Can a washed-up tennis player and a frustrated writer help each other out of their respective slumps and find love in the process? That’s the question posed in the novel Painting the Lines by Ashley R. King. Writer Amalie Warner has lost her inspiration since publishing her first novel some years ago. Julian Smoke is a sexy but failed tennis player who is determined to become a winner once more. After a chance meeting, Amelie is initially repelled by his arrogance. But something about Julian intrigues her, reigniting her creative spark. Amalie decides that telling his story could put her career back on track, but slowly discovers that her interest in Julian is more than just professional. King has penned a bouncy tennis rom com that is sure to delight readers who are fans of one, or both, of those things!
Love. Set. Match. by Taylor Lunsford is another tennis romance that’s sure to win hearts, and minds too! It centers on highly ranked player Emerson Grace who has vowed to win a Grand Slam. Tired of second place, she is about to start her winning campaign when risqué photos of her are made public. At the same time, her longtime ex, Rob Aston, contacts her out of nowhere. Her training is derailed by these distractions, and she must examine her commitment to the sport amid personal chaos. When Rob defends her publicly, calling out the media and organized tennis for their outdated attempts to shame her for the revealing pics, she begins to reconsider their split. More than just a second chance romance, the book tackles important issues regarding privacy and societal judgment. But it’s also spicy and fun, with lots of steamy… tennis.
|Anyone who has ever had a crush on a cute young tennis pro, and we know you're out here, will enjoy 40-Love, a novel by Olive Dade. When assistant principal Tess Dunn has a bikini top mishap involving a rogue wave while on vacation, the damsel in distress is assisted by the resort’s young tennis pro, Lucas Karlsson. He’s Swedish, gorgeous and 26. 40-year-old Tess is hesitant at first, but the two can’t deny their mutual attraction. Their relationship starts out as purely physical, but when feelings deepen, the two are forced to make some tough decisions. Are they a true match? Or was it all just a vacation fling? Light and frothy, 40-Love is what’s known in publishing as a ‘beach-read,’ but sometimes that’s exactly what we want to get our hands on.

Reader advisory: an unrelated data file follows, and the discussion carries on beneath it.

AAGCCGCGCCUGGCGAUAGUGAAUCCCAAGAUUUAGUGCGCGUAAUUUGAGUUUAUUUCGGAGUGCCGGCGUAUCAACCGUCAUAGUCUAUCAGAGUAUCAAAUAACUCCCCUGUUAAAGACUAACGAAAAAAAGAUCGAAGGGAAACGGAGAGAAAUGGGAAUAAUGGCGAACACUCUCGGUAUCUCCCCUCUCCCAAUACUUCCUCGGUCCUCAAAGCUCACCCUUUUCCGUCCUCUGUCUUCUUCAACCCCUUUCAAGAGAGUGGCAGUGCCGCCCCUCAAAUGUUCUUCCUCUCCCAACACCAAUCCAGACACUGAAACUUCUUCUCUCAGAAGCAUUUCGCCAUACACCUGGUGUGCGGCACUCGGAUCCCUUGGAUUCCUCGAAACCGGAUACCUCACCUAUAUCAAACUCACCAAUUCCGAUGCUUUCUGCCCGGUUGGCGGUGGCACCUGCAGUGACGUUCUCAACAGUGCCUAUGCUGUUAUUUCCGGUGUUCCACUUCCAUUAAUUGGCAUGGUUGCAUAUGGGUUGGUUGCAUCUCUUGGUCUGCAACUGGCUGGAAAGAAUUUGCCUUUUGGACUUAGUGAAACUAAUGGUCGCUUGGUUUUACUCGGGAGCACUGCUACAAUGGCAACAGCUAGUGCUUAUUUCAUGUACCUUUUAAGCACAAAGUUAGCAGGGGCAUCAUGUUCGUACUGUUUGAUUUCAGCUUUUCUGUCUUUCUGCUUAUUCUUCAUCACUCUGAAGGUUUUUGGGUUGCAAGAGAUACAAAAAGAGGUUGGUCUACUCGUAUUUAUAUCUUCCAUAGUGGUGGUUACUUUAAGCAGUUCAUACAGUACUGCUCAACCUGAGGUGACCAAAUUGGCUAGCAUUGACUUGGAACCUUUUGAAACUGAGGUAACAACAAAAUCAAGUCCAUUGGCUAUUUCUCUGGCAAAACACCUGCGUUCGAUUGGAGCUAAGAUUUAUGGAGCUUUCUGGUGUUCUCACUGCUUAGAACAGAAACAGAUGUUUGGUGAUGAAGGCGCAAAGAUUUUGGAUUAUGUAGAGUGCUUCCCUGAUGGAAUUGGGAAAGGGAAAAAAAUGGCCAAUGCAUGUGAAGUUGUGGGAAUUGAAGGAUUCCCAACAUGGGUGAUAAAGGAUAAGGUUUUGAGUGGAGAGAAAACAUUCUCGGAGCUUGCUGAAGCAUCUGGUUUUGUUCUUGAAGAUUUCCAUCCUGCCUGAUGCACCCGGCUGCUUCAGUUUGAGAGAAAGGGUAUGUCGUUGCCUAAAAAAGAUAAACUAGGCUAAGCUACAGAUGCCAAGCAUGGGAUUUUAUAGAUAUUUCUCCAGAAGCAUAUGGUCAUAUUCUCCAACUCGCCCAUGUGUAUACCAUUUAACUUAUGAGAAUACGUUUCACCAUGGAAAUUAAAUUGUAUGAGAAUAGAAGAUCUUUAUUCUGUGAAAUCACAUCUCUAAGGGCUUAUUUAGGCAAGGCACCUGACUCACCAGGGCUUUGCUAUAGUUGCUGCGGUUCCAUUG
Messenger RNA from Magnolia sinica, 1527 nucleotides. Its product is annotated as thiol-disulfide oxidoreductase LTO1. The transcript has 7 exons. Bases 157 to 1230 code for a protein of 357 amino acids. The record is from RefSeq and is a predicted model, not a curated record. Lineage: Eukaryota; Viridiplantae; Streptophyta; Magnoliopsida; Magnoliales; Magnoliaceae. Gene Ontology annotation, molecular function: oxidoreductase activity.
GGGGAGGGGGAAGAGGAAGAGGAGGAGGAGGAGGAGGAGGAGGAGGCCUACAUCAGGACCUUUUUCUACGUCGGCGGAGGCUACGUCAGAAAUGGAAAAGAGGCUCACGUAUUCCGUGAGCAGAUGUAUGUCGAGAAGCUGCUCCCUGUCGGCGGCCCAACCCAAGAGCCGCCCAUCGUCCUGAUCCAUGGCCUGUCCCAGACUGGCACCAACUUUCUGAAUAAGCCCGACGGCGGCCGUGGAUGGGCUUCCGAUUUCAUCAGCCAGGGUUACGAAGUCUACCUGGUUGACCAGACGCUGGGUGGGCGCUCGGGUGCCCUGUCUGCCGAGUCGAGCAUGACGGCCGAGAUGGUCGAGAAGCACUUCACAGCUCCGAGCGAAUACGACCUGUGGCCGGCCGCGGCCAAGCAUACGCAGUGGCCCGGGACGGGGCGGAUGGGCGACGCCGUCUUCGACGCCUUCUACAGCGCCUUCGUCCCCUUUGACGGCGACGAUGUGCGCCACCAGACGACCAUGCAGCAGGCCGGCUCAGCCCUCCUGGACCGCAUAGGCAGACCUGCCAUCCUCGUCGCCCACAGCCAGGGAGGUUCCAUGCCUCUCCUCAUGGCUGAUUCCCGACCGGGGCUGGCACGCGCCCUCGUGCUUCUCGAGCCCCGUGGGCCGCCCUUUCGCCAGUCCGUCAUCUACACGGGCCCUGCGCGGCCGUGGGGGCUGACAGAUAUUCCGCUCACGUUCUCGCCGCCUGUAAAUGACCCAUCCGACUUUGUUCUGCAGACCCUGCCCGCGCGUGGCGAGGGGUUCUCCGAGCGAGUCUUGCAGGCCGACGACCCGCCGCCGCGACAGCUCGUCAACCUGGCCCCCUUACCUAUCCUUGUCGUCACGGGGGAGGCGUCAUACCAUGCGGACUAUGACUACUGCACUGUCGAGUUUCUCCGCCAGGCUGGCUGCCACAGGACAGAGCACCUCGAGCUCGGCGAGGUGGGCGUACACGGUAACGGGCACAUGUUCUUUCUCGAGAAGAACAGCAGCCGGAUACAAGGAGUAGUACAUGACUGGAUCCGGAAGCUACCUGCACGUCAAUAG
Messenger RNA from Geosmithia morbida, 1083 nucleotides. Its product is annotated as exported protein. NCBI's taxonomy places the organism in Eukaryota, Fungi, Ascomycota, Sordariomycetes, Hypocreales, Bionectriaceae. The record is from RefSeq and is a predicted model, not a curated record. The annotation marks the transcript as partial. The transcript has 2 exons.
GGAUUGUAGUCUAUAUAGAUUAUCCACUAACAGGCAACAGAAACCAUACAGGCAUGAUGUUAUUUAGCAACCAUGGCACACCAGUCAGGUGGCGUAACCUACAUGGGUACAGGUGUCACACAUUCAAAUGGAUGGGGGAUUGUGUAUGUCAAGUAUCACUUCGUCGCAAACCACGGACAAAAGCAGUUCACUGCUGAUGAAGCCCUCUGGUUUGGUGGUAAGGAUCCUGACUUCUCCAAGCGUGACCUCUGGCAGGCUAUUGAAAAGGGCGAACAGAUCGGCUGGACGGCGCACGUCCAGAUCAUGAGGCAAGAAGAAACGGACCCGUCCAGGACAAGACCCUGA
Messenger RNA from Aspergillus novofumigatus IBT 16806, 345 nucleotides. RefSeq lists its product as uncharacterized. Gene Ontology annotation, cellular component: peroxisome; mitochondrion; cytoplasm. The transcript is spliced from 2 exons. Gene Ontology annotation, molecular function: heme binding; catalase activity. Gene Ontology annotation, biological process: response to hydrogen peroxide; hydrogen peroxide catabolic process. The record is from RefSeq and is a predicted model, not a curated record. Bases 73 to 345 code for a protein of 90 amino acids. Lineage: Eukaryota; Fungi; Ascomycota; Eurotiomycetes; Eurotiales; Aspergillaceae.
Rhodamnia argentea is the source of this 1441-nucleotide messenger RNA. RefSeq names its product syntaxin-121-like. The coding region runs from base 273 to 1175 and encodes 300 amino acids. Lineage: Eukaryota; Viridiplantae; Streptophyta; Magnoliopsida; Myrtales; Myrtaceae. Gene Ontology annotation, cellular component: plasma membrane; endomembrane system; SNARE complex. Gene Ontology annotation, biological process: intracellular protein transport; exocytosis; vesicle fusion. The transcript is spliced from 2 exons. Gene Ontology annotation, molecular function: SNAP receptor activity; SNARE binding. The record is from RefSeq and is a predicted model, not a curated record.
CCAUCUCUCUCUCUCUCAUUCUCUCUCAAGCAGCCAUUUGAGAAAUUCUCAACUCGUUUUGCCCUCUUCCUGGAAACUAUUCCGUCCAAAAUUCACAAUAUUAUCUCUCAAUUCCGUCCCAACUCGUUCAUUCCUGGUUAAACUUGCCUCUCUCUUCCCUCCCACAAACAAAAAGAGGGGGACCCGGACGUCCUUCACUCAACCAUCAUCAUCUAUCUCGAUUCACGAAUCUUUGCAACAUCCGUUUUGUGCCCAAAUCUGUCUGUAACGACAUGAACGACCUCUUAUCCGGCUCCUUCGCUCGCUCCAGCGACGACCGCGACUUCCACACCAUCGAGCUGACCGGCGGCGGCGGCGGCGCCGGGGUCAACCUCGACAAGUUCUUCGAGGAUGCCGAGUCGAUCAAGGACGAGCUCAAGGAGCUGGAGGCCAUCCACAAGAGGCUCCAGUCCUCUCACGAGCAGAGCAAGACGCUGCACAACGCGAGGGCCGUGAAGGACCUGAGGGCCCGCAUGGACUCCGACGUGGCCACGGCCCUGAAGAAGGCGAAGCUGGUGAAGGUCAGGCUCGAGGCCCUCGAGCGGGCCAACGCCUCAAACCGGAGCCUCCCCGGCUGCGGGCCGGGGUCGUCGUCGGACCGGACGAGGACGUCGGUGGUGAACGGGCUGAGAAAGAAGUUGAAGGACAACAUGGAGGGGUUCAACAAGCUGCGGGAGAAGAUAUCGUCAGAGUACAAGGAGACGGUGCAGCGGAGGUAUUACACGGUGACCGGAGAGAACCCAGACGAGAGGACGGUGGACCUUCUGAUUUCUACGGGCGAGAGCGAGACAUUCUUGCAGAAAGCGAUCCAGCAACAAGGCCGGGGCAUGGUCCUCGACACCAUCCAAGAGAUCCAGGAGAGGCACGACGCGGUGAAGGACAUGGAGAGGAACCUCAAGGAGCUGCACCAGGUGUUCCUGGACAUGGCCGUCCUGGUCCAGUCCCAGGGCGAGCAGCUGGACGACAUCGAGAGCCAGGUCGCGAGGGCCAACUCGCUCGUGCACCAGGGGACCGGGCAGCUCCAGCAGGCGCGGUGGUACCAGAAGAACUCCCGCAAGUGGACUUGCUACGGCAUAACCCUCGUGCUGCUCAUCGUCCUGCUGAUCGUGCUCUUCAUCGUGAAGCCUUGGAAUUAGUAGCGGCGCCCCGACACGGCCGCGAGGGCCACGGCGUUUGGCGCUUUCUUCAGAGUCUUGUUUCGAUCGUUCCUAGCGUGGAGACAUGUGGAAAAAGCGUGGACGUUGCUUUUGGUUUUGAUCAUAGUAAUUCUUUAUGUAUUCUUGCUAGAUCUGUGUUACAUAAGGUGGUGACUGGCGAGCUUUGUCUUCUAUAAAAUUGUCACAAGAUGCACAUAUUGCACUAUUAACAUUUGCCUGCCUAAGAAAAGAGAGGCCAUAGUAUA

|'Write what you know,’ is a well-known adage in the book business and it seems that novelist J.R. Thornton has done just that. A nationally ranked junior tennis player who went on to play tennis at Harvard University, Thornton lived in Beijing as a teenager where he practiced with the Chinese National Team. His novel, Beautiful Country, looks at the world of junior athletes in China and the intense training they must endure. Chase Robertson, a 14-year-old reeling from the death of his brother, is sent to play tennis in China by his father, hoping the change and rigorous schedule will give his life direction. Chase encounters culture shock at every turn and is deeply affected by the cutthroat competition that compels young tennis players there to do almost anything to succeed. He earns the friendship of one of his teammates, but his loyalties are tested when dark secrets are revealed.
If the idea of a tennis murder mystery sounds intriguing, checkout Drop Shot by Harlan Coben. The novel centers around the shooting of former tennis prodigy, Valerie Simpson, outside of the U.S. Open stadium in New York City. Although her career had recently faltered, Simpson was attempting a comeback at the time of her murder. Part of her campaign involved seeking representation by well-known sports agent Myron Bolitar who was in the stadium when the shots rang out. He vows to find her murderer to honor the young star’s legacy. His quest leads him down a path of old rivalries, besotted stalkers, accusations of physical abuse, more killings and even mafia ties. Drop Shot is set largely in the highbrow world of tennis clubs, but the book shows how low people can sink when they decide that winning is the only thing that matters.